Journal of Mountain Science

, Volume 13, Issue 11, pp 2006–2014 | Cite as

Effects of rock fragments on yak dung greenhouse gas emissions on the Qinghai-Tibetan Plateau

  • Zi-yin Du
  • Xiao-dan WangEmail author
  • Xiu-ping Liu
  • Yan-jiang Cai


Dung deposition is an important pathway of nutrient return and redistribution in alpine grasslands of the Qinghai-Tibetan Plateau. To date, information on the greenhouse gas emissions of yak dung on alpine grasslands, especially where there are large amounts of rock fragments, is limited. Our aim, therefore, was to evaluate variations in N2O, CH4, and CO2 emissions from yak dung (CCD), and compare it to dung placed on rock fragments (RCD), alpine steppe soil (CSD), and a soil and rock fragment mixture (RSD) over a 30-day incubation period. The results showed that the total N2O emissions from treatments without soil were significantly (P < 0.05) lower than those from treatments with soil. The highest total CH4 emissions were detected in the CSD treatment, while CH4 losses from treatments without rock fragments were significantly (P < 0.05) greater than those with rock fragments. The total CO2 emissions from the RSD treatment was 6.30%–12.0% lower than those in the other three treatments. The soil beneath yak dung pats elevated the global warming potential (GWP), while the addition of rock fragments to the soil significantly (P < 0.05) decreased the GWP by reducing emissions of the three greenhouse gases. We therefore suggest that interactions between rock fragments and alpine steppe soil are effective in decreasing yak dung greenhouse gas emissions. This finding indicates that rock fragments are an effective medium for reducing greenhouse gas emissions from dung pats, and more attention should therefore be paid to evaluate its ecological impact in future studies. These results should help guide scientific assessments of regional GHG budgets in agricultural ecosystems where the addition of livestock manure to soils with large amounts of rock fragments is common.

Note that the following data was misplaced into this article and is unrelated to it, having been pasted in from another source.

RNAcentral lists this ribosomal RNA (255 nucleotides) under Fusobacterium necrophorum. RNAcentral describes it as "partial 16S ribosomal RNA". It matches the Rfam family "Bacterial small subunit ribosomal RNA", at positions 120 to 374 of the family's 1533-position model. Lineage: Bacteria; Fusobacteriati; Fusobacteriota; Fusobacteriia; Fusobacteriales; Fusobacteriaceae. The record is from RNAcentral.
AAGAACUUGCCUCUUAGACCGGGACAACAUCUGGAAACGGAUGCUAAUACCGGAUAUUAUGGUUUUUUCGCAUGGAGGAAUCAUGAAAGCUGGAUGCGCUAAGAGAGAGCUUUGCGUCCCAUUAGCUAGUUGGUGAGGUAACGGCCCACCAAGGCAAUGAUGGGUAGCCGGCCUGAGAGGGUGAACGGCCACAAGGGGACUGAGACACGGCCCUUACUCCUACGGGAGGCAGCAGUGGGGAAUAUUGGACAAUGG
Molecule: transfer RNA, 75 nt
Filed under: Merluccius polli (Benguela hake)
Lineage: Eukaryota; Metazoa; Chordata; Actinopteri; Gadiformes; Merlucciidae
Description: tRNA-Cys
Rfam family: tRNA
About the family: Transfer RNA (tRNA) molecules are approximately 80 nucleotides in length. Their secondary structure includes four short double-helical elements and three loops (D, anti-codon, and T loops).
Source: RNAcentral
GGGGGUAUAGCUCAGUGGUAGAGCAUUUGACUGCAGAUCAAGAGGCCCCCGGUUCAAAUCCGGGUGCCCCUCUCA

Rock fragments Yak dung Nitrous oxide Methane Qinghai-Tibetan Plateau 



Control, only dung per se


Dung placed on rock fragments


Dung placed on soil


Dung placed on soil and rock fragment mixture


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Copyright information

© Science Press, Institute of Mountain Hazards and Environment, CAS and Springer-Verlag Berlin Heidelberg 2016

Authors and Affiliations

  • Zi-yin Du
    • 1
    • 2
  • Xiao-dan Wang
    • 1
    Email author
  • Xiu-ping Liu
    • 3
  • Yan-jiang Cai
    • 1
  1. 1.Key Laboratory of Mountain Surface Processes and Ecological Regulation, Institute of Mountain Hazards and EnvironmentChinese Academy of SciencesChengduChina
  2. 2.University of Chinese Academy of SciencesBeijingChina
  3. 3.Center for Agricultural Resources Research, Institute of Genetics and Developmental BiologyChinese Academy of SciencesShijiazhuangChina

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